Texan at Heart

Texan at Heart

Amanda Witt writes that she is homesick for Texas. Me too. Especially after watching this fun travelogue she posted:

Though, truth be told, I think I’d rather wait till it cools down a mite before we go for a visit. I do prefer summer in New England.



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  • I read Asquith’s book and blogged about it here. I agree that it was interesting; but not persuasive. I found the case for Shakespeare’s Catholicism in Steven Greenblatt’s book Will in the World more persuasive (I blogged about it here) mainly because Greenblatt didn’t have a dog in the fight, so to speak. He didn’t seem to care personally whether Shakespeare was Catholic or not and so presented the evidence dispassionately. As I recall, he believes that there is not enough solid evidence to be certain one way or another and yet does give the theory a fair hearing.

    There’s another book on the subject that I’m interested in checking out, Shakespeare the Papist by Peter Milward; but I don’t know much about it.


  • Now you see, I read an article on the subject that was very convincing.  It was very rooted in Shakespeare’s works, not just biographical stuff.  The historical circumstances also make it probable, I thought.  I can’t remember the title, of course!!  I remember a detailed discussion about The Merchant of Venice and the Triduum. 

    I look forward to Pearce’s book, but as I was already familiar with the idea, and find Pearce’s scholarship a little unscholarly (his work on Tolkien fell short of my expectations), I’m not as excited as I think I might be otherwise.  I have a friend who is a convert to Catholicism and has worked EXTENSIVELY with Shakespeare and early Modern lit in general, and I keep wanting to discuss the theory with her.  I saw an interview with Pearce and he did a kind of, “Scholars aren’t interested in Shakespeare being Catholic.”  Well, no.  They’re too busy trying to make him gay.  The religious angle isn’t as important (and might undermine some other theories!).  At any rate, I don’t expect this book to break the theory into mainstream Shakespeare scholarship, sadly.  Because I think it would be good to address in any given Shakespeare course (not necessarily at a Catholic U), not just relegated to a cooky theory that some Catholics cooked up and you can only write a paper about if you’re not afraid of having your prof roll his/her eyes.  The popular nature of Pearce’s books is, unfortunately, a drawback there.  I not only want it to be true, I want it to be true and enter in a meaningful way into scholarly discourse!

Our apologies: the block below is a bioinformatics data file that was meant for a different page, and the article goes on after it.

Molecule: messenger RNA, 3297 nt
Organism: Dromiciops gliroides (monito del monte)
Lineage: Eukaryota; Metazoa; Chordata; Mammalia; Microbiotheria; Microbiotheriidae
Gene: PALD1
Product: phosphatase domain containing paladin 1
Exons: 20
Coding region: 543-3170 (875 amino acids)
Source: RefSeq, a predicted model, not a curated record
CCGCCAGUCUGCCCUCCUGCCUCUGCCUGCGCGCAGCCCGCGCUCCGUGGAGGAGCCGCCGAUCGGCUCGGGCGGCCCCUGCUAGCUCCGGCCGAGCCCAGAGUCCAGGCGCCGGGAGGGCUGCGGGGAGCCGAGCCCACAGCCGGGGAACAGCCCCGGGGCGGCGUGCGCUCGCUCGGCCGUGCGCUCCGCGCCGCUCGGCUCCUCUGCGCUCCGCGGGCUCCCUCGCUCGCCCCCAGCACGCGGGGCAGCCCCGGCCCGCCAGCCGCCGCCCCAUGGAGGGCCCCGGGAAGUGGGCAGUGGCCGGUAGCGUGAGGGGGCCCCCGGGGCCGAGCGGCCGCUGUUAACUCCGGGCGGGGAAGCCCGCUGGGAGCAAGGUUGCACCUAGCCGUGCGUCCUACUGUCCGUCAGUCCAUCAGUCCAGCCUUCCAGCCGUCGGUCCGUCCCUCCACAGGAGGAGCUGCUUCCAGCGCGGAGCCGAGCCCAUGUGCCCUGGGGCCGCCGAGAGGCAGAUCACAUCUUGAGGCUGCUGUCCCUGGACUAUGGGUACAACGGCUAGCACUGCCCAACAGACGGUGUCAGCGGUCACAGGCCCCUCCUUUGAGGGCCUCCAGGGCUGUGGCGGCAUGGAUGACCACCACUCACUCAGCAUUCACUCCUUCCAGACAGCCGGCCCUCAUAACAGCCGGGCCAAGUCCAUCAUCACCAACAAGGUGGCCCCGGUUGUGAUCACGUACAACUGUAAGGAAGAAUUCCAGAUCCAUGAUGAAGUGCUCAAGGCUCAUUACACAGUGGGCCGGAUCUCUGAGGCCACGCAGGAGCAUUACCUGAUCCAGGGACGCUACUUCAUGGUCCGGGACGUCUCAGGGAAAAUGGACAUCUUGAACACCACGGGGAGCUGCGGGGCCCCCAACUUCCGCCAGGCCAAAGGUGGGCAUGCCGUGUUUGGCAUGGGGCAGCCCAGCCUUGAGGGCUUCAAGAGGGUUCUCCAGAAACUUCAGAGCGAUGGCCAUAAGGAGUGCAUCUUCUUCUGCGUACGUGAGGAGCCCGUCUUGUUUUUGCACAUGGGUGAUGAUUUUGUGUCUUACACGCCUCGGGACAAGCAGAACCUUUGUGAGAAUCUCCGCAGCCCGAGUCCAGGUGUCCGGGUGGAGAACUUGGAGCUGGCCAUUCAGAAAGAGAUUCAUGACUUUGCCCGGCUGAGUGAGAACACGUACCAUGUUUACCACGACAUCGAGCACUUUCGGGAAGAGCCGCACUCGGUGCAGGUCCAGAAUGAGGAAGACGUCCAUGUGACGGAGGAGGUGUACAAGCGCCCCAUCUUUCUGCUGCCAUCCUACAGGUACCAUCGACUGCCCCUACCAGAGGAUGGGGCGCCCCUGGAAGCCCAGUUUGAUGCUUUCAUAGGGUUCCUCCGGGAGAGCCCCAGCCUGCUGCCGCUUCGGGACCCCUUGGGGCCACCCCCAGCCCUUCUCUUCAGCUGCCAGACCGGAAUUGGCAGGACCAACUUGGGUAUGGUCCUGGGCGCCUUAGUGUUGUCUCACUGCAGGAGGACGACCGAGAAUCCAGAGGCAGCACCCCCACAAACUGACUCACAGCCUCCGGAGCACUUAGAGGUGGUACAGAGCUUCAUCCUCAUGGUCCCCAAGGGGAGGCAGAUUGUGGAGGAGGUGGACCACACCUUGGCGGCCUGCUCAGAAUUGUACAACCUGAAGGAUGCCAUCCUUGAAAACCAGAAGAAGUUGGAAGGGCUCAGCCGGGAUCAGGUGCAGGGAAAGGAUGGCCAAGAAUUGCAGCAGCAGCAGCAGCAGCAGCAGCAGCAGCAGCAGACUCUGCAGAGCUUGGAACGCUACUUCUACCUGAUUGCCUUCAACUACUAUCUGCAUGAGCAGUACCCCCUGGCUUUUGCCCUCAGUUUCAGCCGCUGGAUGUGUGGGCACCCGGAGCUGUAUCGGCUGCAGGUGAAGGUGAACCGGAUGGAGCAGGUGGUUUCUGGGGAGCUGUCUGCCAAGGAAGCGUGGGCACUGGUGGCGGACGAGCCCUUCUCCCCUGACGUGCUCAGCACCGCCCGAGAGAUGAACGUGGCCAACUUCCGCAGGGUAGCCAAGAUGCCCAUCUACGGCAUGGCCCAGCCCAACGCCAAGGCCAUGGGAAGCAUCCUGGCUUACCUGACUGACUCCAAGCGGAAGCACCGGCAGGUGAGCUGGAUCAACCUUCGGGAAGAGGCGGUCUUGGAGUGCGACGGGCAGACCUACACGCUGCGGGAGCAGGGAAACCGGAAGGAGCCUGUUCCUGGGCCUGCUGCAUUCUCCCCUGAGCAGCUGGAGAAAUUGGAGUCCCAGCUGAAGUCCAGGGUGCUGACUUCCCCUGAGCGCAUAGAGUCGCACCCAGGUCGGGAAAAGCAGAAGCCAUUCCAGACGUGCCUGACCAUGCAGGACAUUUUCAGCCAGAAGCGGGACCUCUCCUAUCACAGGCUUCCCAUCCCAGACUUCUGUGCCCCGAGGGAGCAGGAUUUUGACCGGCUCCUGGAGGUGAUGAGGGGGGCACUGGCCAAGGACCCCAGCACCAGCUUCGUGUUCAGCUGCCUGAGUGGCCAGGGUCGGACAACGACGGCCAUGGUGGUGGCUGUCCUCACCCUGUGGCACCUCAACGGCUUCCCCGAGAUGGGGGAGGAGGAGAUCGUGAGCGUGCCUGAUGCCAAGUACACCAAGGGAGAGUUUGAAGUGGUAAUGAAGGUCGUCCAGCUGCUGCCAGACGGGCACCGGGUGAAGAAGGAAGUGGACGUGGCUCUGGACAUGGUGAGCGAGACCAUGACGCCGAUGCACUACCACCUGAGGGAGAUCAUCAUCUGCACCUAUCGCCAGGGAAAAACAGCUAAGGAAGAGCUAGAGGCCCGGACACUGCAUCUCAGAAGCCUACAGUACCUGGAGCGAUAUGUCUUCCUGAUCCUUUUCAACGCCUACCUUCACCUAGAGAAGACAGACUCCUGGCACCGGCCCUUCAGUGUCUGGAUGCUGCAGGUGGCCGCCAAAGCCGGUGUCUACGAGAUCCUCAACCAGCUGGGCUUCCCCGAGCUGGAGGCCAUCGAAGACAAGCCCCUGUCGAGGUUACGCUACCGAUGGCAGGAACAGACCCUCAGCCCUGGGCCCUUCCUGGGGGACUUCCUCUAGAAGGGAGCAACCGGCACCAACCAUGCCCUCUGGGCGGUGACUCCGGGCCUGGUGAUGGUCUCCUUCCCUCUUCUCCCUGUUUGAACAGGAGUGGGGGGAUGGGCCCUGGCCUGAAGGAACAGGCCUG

• Thanks for the link! I wrote the story about Professor Pearce’s new book, and he makes the case very well. 

    Claire Asquith’s “Shadowplays” was another recent book on the subject, but it relied on an elaborate theory of “coding”. This made for interesting reading, but it didn’t prove much and was easy to dismiss.

    Pearce, on the other hand, simply builds a strong case based on evidence, and leaves the Catholic interpretation of the actual works of Shakespeare for a later book. This was was smart, since it puts the objective evidence first, and makes the subjective material of literary criticism a separate issue.